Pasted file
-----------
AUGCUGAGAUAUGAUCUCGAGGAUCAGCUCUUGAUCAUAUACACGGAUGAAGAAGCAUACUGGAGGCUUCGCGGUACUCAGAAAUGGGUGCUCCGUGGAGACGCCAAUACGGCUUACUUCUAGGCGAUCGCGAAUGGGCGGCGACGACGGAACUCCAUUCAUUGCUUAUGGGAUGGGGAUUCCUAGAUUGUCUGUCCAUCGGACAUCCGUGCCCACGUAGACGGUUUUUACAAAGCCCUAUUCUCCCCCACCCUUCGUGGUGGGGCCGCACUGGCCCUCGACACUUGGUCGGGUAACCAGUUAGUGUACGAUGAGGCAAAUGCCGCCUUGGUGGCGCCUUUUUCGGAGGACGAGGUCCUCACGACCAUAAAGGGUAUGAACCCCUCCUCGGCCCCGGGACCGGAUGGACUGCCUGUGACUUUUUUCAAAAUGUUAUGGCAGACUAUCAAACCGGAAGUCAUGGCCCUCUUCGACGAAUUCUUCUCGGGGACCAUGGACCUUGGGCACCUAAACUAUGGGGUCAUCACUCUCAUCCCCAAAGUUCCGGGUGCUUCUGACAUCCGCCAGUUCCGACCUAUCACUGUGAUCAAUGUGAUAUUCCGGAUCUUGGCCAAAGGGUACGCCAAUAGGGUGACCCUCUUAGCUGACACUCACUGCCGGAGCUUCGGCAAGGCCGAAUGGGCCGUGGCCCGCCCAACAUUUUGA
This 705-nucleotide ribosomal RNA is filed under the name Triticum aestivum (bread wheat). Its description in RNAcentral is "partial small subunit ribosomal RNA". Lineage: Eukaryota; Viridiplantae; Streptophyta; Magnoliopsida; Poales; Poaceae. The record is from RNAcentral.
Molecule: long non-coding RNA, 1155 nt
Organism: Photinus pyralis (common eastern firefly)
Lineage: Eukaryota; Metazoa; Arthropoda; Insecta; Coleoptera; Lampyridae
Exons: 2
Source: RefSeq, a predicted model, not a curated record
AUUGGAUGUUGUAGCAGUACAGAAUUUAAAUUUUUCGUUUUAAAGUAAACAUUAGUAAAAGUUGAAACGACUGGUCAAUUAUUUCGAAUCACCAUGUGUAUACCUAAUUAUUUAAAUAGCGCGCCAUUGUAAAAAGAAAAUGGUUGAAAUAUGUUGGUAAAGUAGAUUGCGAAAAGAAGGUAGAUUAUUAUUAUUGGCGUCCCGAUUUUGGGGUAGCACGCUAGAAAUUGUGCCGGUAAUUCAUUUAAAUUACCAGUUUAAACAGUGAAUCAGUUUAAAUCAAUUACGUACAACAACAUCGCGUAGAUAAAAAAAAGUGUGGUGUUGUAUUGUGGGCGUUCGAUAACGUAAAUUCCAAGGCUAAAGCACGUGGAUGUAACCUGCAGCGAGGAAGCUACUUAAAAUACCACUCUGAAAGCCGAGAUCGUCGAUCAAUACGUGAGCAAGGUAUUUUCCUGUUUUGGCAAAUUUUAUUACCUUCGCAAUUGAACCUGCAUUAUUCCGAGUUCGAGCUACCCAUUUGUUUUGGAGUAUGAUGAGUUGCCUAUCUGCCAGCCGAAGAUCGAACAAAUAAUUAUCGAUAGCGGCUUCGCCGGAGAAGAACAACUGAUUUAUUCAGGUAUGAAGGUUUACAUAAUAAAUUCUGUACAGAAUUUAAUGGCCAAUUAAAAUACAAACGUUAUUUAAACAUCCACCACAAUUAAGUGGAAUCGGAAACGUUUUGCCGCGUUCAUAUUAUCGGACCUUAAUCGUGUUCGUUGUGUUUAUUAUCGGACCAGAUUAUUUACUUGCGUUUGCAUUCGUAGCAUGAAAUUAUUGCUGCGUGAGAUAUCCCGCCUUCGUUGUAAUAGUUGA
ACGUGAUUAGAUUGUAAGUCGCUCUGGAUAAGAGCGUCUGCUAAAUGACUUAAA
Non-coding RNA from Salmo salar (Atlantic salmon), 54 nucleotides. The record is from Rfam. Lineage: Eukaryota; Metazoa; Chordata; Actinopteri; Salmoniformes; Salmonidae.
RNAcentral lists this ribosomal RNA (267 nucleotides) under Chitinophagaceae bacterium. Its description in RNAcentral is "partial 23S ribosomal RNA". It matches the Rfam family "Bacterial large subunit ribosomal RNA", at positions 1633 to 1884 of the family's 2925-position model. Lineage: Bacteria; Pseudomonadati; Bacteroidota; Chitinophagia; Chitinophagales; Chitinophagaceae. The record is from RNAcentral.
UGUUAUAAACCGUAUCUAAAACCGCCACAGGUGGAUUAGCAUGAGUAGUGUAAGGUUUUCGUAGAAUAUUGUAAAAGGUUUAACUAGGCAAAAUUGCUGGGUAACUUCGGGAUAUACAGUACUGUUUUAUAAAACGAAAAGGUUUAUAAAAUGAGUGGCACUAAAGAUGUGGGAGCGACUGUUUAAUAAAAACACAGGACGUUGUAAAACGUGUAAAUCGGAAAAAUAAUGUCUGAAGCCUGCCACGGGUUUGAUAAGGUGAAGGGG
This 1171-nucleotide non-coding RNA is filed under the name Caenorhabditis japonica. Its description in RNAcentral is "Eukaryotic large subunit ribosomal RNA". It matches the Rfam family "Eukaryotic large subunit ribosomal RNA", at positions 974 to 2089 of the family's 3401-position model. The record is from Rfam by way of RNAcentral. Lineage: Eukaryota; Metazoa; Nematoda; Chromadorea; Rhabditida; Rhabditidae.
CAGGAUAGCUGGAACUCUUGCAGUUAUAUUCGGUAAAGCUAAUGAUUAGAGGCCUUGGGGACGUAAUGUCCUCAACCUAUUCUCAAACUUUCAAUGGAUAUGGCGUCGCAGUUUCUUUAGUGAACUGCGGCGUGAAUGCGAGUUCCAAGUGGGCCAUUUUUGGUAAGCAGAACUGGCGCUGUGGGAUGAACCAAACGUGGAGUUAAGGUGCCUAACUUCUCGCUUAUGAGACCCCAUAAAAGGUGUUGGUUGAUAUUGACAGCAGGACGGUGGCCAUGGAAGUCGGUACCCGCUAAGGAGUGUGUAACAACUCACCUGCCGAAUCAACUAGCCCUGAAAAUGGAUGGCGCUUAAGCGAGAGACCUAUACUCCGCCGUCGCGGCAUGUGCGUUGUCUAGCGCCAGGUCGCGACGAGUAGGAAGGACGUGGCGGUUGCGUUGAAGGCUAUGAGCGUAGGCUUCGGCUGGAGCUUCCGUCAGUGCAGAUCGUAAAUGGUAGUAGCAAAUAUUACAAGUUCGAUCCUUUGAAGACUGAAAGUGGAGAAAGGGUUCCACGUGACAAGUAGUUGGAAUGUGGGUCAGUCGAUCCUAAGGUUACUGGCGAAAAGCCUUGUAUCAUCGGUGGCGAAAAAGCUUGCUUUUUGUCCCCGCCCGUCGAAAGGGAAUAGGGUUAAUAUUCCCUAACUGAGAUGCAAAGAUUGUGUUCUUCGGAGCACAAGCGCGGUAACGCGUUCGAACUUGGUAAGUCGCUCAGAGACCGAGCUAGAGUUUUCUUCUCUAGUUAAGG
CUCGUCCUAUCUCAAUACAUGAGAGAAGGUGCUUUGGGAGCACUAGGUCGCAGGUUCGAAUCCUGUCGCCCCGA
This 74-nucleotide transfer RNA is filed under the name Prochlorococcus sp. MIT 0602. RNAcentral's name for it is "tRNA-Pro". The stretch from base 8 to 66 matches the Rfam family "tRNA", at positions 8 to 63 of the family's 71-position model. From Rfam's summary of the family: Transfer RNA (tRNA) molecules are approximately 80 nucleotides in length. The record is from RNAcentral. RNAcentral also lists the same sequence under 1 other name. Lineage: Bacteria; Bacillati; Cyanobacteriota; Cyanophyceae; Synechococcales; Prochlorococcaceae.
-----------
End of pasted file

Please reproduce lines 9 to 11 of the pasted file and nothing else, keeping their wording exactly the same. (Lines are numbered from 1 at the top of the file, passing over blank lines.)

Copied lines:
ACGUGAUUAGAUUGUAAGUCGCUCUGGAUAAGAGCGUCUGCUAAAUGACUUAAA
Non-coding RNA from Salmo salar (Atlantic salmon), 54 nucleotides. The record is from Rfam. Lineage: Eukaryota; Metazoa; Chordata; Actinopteri; Salmoniformes; Salmonidae.
RNAcentral lists this ribosomal RNA (267 nucleotides) under Chitinophagaceae bacterium. Its description in RNAcentral is "partial 23S ribosomal RNA". It matches the Rfam family "Bacterial large subunit ribosomal RNA", at positions 1633 to 1884 of the family's 2925-position model. Lineage: Bacteria; Pseudomonadati; Bacteroidota; Chitinophagia; Chitinophagales; Chitinophagaceae. The record is from RNAcentral.